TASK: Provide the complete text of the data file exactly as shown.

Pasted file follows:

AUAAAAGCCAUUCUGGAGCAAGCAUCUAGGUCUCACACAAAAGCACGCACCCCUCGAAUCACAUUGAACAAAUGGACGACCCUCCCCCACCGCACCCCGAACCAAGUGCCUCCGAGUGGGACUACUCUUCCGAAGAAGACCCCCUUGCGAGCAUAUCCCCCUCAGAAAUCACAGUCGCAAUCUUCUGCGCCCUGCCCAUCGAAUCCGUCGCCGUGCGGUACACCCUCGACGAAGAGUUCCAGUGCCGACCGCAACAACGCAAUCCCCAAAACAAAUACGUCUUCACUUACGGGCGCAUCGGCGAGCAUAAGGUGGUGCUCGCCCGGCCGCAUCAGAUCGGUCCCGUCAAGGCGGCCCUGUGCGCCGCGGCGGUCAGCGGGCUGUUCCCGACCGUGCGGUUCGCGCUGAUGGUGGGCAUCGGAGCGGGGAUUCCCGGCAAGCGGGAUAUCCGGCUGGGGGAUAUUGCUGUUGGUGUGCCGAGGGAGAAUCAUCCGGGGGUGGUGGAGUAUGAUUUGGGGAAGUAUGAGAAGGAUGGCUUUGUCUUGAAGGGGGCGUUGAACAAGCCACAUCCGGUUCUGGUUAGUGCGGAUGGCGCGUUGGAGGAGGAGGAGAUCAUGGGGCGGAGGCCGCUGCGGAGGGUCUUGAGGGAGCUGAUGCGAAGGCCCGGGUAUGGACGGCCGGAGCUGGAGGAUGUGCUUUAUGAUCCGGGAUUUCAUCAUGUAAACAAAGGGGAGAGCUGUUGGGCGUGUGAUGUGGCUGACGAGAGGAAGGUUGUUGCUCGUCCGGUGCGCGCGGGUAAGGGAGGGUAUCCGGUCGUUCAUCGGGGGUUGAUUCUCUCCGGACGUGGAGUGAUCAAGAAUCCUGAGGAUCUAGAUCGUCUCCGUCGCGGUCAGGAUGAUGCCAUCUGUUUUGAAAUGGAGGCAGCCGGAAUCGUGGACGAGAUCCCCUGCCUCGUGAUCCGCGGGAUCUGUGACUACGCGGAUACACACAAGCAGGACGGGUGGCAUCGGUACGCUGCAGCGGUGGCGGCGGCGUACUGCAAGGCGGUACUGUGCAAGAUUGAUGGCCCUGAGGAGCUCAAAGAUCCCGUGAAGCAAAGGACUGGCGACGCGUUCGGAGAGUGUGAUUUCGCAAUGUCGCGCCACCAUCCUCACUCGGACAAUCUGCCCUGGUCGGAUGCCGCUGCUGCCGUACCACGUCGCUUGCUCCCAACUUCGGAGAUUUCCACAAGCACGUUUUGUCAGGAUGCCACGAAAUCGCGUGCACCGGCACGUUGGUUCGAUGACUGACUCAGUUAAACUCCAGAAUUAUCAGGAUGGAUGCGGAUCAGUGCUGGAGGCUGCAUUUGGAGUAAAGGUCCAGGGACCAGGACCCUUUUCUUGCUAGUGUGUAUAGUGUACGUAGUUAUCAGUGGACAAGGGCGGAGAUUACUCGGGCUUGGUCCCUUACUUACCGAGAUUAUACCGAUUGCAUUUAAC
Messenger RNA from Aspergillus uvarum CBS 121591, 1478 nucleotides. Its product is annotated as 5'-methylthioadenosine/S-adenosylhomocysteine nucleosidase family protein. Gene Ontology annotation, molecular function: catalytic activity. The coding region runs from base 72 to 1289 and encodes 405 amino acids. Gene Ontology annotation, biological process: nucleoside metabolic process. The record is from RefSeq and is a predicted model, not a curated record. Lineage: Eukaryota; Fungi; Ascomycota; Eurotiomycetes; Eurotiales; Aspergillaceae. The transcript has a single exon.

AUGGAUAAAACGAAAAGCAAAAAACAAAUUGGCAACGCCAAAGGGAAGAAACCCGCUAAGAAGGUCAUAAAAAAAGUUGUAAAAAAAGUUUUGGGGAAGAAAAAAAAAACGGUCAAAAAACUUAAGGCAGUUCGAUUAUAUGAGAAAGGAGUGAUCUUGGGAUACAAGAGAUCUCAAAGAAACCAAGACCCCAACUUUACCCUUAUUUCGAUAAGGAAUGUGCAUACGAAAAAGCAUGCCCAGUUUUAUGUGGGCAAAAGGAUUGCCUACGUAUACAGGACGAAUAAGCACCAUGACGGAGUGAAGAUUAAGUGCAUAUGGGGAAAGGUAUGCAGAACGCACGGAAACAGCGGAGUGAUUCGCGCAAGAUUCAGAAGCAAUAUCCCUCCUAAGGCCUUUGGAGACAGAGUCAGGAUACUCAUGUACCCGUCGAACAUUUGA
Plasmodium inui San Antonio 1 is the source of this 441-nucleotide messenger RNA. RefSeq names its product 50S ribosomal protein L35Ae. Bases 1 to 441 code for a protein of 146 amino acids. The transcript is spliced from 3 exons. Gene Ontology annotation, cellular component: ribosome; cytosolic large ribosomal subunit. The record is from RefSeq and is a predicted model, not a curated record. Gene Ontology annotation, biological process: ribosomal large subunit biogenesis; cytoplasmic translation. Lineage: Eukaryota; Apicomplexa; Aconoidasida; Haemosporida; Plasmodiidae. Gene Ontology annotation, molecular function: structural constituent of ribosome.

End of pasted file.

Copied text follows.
AUAAAAGCCAUUCUGGAGCAAGCAUCUAGGUCUCACACAAAAGCACGCACCCCUCGAAUCACAUUGAACAAAUGGACGACCCUCCCCCACCGCACCCCGAACCAAGUGCCUCCGAGUGGGACUACUCUUCCGAAGAAGACCCCCUUGCGAGCAUAUCCCCCUCAGAAAUCACAGUCGCAAUCUUCUGCGCCCUGCCCAUCGAAUCCGUCGCCGUGCGGUACACCCUCGACGAAGAGUUCCAGUGCCGACCGCAACAACGCAAUCCCCAAAACAAAUACGUCUUCACUUACGGGCGCAUCGGCGAGCAUAAGGUGGUGCUCGCCCGGCCGCAUCAGAUCGGUCCCGUCAAGGCGGCCCUGUGCGCCGCGGCGGUCAGCGGGCUGUUCCCGACCGUGCGGUUCGCGCUGAUGGUGGGCAUCGGAGCGGGGAUUCCCGGCAAGCGGGAUAUCCGGCUGGGGGAUAUUGCUGUUGGUGUGCCGAGGGAGAAUCAUCCGGGGGUGGUGGAGUAUGAUUUGGGGAAGUAUGAGAAGGAUGGCUUUGUCUUGAAGGGGGCGUUGAACAAGCCACAUCCGGUUCUGGUUAGUGCGGAUGGCGCGUUGGAGGAGGAGGAGAUCAUGGGGCGGAGGCCGCUGCGGAGGGUCUUGAGGGAGCUGAUGCGAAGGCCCGGGUAUGGACGGCCGGAGCUGGAGGAUGUGCUUUAUGAUCCGGGAUUUCAUCAUGUAAACAAAGGGGAGAGCUGUUGGGCGUGUGAUGUGGCUGACGAGAGGAAGGUUGUUGCUCGUCCGGUGCGCGCGGGUAAGGGAGGGUAUCCGGUCGUUCAUCGGGGGUUGAUUCUCUCCGGACGUGGAGUGAUCAAGAAUCCUGAGGAUCUAGAUCGUCUCCGUCGCGGUCAGGAUGAUGCCAUCUGUUUUGAAAUGGAGGCAGCCGGAAUCGUGGACGAGAUCCCCUGCCUCGUGAUCCGCGGGAUCUGUGACUACGCGGAUACACACAAGCAGGACGGGUGGCAUCGGUACGCUGCAGCGGUGGCGGCGGCGUACUGCAAGGCGGUACUGUGCAAGAUUGAUGGCCCUGAGGAGCUCAAAGAUCCCGUGAAGCAAAGGACUGGCGACGCGUUCGGAGAGUGUGAUUUCGCAAUGUCGCGCCACCAUCCUCACUCGGACAAUCUGCCCUGGUCGGAUGCCGCUGCUGCCGUACCACGUCGCUUGCUCCCAACUUCGGAGAUUUCCACAAGCACGUUUUGUCAGGAUGCCACGAAAUCGCGUGCACCGGCACGUUGGUUCGAUGACUGACUCAGUUAAACUCCAGAAUUAUCAGGAUGGAUGCGGAUCAGUGCUGGAGGCUGCAUUUGGAGUAAAGGUCCAGGGACCAGGACCCUUUUCUUGCUAGUGUGUAUAGUGUACGUAGUUAUCAGUGGACAAGGGCGGAGAUUACUCGGGCUUGGUCCCUUACUUACCGAGAUUAUACCGAUUGCAUUUAAC
Messenger RNA from Aspergillus uvarum CBS 121591, 1478 nucleotides. Its product is annotated as 5'-methylthioadenosine/S-adenosylhomocysteine nucleosidase family protein. Gene Ontology annotation, molecular function: catalytic activity. The coding region runs from base 72 to 1289 and encodes 405 amino acids. Gene Ontology annotation, biological process: nucleoside metabolic process. The record is from RefSeq and is a predicted model, not a curated record. Lineage: Eukaryota; Fungi; Ascomycota; Eurotiomycetes; Eurotiales; Aspergillaceae. The transcript has a single exon.

AUGGAUAAAACGAAAAGCAAAAAACAAAUUGGCAACGCCAAAGGGAAGAAACCCGCUAAGAAGGUCAUAAAAAAAGUUGUAAAAAAAGUUUUGGGGAAGAAAAAAAAAACGGUCAAAAAACUUAAGGCAGUUCGAUUAUAUGAGAAAGGAGUGAUCUUGGGAUACAAGAGAUCUCAAAGAAACCAAGACCCCAACUUUACCCUUAUUUCGAUAAGGAAUGUGCAUACGAAAAAGCAUGCCCAGUUUUAUGUGGGCAAAAGGAUUGCCUACGUAUACAGGACGAAUAAGCACCAUGACGGAGUGAAGAUUAAGUGCAUAUGGGGAAAGGUAUGCAGAACGCACGGAAACAGCGGAGUGAUUCGCGCAAGAUUCAGAAGCAAUAUCCCUCCUAAGGCCUUUGGAGACAGAGUCAGGAUACUCAUGUACCCGUCGAACAUUUGA
Plasmodium inui San Antonio 1 is the source of this 441-nucleotide messenger RNA. RefSeq names its product 50S ribosomal protein L35Ae. Bases 1 to 441 code for a protein of 146 amino acids. The transcript is spliced from 3 exons. Gene Ontology annotation, cellular component: ribosome; cytosolic large ribosomal subunit. The record is from RefSeq and is a predicted model, not a curated record. Gene Ontology annotation, biological process: ribosomal large subunit biogenesis; cytoplasmic translation. Lineage: Eukaryota; Apicomplexa; Aconoidasida; Haemosporida; Plasmodiidae. Gene Ontology annotation, molecular function: structural constituent of ribosome.